1. Joshua says:

    Liked the article but when you said ”
    It is against everything I, and so many others in the sport, believe in, to dispose of a manager after such short space of time.” It is kinda factually incorrect. Kean has been with us for nearly two years and took us from a mid-table Prem team to the Championship. Other than this, very nicely done.

    • Chris Hames says:

      I respect what you are saying, and, two years for a man who has never had the support of the fans is impressive, but I was referring more to long term management, such as Moyes, Wenger and Sir Alex. It was not in criticism of Blackburn, more football in general.
      Thank you for your comments and opinions.

  2. michael in holland says:

    dito Joshua

  3. Pete Doc says:

    Whilst Rovers won their three previous Championship home games, in all of them they were under prolonged spells of self-inflicted pressure, could not keep the ball and had the minority of possession in home games against Leicester and Barnsley (who despite having five players unavailable had 60:40 advantage in possession). Against Middlesborough we met a side who could finish the chances their domination, drive and greater pace deserved. At home the product on offer is drudgery, dross and wandering around in the wilderness for the most part, interspersed with nerve-jangling errors and occasional flashes of quality.
    With Steve Kean, I have the impression of a man who is in charge but not in control (both on and off the pitch) and both the puppet and the pupetteer need to be changed.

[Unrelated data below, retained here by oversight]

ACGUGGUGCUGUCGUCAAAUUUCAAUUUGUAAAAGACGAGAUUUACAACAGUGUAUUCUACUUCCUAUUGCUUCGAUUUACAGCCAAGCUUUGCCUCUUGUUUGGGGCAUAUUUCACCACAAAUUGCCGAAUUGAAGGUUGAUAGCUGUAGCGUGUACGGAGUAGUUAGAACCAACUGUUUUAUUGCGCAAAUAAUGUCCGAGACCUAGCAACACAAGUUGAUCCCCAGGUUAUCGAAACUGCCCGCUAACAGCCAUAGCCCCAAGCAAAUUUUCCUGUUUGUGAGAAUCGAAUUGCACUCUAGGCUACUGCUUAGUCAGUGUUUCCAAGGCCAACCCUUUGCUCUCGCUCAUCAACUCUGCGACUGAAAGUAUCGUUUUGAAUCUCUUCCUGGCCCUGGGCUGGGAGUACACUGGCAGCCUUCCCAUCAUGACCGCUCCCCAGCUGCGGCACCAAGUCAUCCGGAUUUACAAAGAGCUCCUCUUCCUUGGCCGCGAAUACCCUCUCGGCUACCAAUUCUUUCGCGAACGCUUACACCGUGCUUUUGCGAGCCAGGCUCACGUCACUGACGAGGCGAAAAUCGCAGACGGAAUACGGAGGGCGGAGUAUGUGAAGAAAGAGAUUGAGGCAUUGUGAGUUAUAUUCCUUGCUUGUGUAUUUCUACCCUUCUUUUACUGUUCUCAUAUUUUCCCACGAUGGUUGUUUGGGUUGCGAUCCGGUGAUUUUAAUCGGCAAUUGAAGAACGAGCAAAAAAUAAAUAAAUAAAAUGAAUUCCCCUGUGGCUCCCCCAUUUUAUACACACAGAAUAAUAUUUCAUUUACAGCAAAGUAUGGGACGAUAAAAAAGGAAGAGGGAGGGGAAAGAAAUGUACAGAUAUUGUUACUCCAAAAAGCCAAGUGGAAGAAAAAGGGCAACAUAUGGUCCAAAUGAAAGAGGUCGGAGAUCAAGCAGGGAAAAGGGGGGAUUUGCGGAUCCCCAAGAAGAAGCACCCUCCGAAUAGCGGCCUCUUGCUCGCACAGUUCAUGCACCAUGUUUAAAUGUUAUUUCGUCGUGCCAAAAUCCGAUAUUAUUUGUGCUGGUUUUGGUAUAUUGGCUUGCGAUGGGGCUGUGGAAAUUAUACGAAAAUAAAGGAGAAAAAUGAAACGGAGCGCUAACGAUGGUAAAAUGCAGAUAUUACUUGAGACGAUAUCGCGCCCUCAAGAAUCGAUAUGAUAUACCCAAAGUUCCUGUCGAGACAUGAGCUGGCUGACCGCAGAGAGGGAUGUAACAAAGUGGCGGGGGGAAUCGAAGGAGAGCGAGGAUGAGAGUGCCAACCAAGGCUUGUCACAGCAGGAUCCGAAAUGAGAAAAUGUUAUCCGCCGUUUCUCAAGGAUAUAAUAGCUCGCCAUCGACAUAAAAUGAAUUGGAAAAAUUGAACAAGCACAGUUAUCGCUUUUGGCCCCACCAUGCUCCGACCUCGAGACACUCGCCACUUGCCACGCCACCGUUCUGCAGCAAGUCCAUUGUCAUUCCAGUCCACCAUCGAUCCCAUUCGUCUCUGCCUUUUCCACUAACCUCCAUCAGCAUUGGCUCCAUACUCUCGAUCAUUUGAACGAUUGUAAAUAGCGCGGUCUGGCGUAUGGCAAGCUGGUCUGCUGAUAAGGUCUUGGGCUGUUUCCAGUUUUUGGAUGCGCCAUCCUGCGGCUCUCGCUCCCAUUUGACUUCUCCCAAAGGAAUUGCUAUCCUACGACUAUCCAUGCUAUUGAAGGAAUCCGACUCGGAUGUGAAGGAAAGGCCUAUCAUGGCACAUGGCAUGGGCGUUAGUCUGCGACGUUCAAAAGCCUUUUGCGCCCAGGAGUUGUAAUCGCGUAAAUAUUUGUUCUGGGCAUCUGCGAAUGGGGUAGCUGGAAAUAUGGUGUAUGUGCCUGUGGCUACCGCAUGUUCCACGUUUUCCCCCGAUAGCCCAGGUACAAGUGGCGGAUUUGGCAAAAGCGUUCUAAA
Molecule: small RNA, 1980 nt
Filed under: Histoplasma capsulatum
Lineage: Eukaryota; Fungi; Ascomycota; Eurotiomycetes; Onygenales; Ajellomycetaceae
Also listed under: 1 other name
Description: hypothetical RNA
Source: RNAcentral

• Chris Hames says:

      I completely agree, it was in comparing Kean to Megson that I tried to suggest such lack of control and real knowledge of how, or where to take the club.

  4. unless you go and watch Blackburn Rovers you will never understand the plight of the fans, the tactical decisions, the players we have bought and lost, the way the club has been run in the last 18 months, the backroom staff that have given years of service to our great club just sacked, paid off or just told to go, because they dont agree to whats going on, the manager who does not take comments lightly from staff members who then have been binned, or does not answer to the board its gone on too long now its a results business and we have not had the results he has the worst record of any rovers manager KEAN OUT!!!!!!!!!!

  5. Steve says:

    ‘two years for a man who has never had the support of the fans is impressive’…Chris, that’s a very curious thing to say. You acknowledge the mistake in your original article that Mr has been manager for nearly two years not ‘a short time’ as you said. But to say that it is impressive when faced with the fact that he has an extremely poor record and long ago lost the respect and trust of the fans is an odd description. Foolish or stubborn or refusing to face the facts might be a better way to describe his continued stay in office.

    • Chris Hames says:

      It has been, on the part of Venkey’s, impressive, how long they have stuck by a man who hasn’t had the best record – considering the shortness in term of the likes of AVB – I am in no way saying it was the correct decision, but their desire to stick by him has been, albeit foolish, quite impressive.